I am primarily interested in finding manufacturers and warehouses around the United States, and I'm doing this right now by looking them up by their NAICS codes (primarily 31-33 and 49), which by itself is not always reliable because, for example, a major commercial bakery may be grouped inside the same broad code group as the bakery section of the Walmart in the same area.
Is there a higher quality source of this kind of information that anyone uses regularly that they would be willing to talk to me about, especially concerning the prices/packages offered? We are a nonprofit and are paying $50/year for BAO and the Infogroup data, and I've at least done my homework enough to know that that's a "sore dick deal" when it comes to this kind of information.
I want to create a map comparing the size of Polynesia to europe/Asia and having trouble with scale. I can overlay the two locations in map layout but the scale is skewed since they're both in pseudo-Mercator. How can I reproject a shape file of Polynesia on top of Europe to account for this?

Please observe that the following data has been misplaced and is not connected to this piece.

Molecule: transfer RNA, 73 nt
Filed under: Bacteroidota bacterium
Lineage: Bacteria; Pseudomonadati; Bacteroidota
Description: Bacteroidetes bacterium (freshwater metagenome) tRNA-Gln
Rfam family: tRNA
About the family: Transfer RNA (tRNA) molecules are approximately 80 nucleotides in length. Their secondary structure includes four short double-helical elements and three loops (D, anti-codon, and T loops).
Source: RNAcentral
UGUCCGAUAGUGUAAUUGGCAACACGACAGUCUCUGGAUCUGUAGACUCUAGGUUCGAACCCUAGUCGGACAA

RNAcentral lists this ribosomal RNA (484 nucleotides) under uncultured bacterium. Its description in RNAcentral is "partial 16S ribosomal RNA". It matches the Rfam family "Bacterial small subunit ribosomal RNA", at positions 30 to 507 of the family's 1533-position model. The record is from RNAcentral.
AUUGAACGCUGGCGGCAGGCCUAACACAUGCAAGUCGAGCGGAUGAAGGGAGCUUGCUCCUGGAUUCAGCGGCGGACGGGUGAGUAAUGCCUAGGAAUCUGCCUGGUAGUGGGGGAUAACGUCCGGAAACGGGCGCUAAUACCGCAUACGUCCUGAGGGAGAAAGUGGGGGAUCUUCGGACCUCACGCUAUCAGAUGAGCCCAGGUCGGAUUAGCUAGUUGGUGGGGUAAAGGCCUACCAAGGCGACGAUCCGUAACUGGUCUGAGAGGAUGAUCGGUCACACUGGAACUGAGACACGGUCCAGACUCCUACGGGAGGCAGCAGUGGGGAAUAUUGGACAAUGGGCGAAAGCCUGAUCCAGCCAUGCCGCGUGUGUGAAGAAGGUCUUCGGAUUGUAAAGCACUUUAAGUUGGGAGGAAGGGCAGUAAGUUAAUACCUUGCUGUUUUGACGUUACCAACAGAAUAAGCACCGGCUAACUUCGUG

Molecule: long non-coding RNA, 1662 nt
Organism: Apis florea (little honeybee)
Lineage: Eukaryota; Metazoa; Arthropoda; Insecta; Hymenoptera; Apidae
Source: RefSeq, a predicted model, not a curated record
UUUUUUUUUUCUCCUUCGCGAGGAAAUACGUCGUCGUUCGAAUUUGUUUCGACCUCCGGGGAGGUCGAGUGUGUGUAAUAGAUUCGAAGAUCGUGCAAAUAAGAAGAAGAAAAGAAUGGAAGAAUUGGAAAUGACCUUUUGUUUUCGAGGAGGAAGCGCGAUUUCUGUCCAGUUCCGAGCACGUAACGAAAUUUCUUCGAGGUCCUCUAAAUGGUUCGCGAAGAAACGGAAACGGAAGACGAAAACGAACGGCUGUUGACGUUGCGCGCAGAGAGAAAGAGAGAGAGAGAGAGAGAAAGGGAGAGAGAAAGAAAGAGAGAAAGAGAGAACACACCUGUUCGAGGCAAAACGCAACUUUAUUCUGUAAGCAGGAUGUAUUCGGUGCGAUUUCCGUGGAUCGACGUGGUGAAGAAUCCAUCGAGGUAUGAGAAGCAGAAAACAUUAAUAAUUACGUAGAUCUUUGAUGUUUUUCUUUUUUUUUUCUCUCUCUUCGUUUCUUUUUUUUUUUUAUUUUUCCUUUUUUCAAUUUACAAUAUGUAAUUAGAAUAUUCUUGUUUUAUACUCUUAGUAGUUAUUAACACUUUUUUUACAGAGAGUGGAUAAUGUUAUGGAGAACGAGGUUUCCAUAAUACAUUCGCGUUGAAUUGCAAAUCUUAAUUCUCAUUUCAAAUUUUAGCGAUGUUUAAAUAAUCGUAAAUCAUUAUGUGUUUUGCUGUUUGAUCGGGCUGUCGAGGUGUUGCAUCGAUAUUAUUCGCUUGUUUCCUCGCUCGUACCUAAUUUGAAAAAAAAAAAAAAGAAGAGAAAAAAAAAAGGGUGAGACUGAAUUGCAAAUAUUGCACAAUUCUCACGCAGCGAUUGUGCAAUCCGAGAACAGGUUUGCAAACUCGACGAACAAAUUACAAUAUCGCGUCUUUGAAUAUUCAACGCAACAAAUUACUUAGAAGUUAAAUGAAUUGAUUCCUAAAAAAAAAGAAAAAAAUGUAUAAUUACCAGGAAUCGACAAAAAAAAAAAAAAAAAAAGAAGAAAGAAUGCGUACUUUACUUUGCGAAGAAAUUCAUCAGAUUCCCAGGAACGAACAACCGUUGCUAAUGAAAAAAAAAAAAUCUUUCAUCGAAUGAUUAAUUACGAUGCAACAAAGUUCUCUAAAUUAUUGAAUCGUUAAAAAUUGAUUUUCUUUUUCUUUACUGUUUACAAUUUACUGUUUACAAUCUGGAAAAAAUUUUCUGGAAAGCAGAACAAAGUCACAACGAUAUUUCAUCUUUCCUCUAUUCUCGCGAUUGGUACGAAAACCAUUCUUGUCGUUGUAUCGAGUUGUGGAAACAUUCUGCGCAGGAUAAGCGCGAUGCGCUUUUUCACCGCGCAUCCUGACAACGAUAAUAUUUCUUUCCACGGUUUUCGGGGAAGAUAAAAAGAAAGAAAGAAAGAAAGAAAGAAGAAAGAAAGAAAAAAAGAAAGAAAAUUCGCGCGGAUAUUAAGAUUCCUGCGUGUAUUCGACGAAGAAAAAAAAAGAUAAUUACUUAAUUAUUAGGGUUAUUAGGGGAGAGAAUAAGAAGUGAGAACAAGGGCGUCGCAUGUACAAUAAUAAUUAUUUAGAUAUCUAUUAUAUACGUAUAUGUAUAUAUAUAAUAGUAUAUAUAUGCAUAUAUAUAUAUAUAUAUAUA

I have seen plenty of other maps doing similar size comparison and always wondered how this is done.
My organization is at its wit's end here. We have a client that has provided us data that is housed/managed using Manifold (which I have next to zero experience with). They provided us a CSV of coordinates and a shapefile with no defined coordinate system. After we received that info from them, their data will not align properly with any other sources of data that we have. We originally suspected that we were using an incorrect datum transformation. I sent my team out there to meet with their GIS analysts, expecting that we would receive some custom transformation parameters. Unfortunately, they have been able to provide no real guidance on how to properly project this data. Their response: "we never work with data from outside sources." Well, OK then...
Eventually we were able to get an XML file with their projection parameters that is (as I understand it) a direct export from Manifold. I was hoping to go into ArcGIS and define a custom projection using those parameters, but the fields in the XML don't really match the parameters that Esri uses so I haven't been able to go that route.
We really need to be able to use this data - it seems preposterous to me that this should be so difficult (I feel like we are missing an easy step here). Is there any guidance that you all can give that would allow us to work with this info or that we can provide to the client to help us use their data?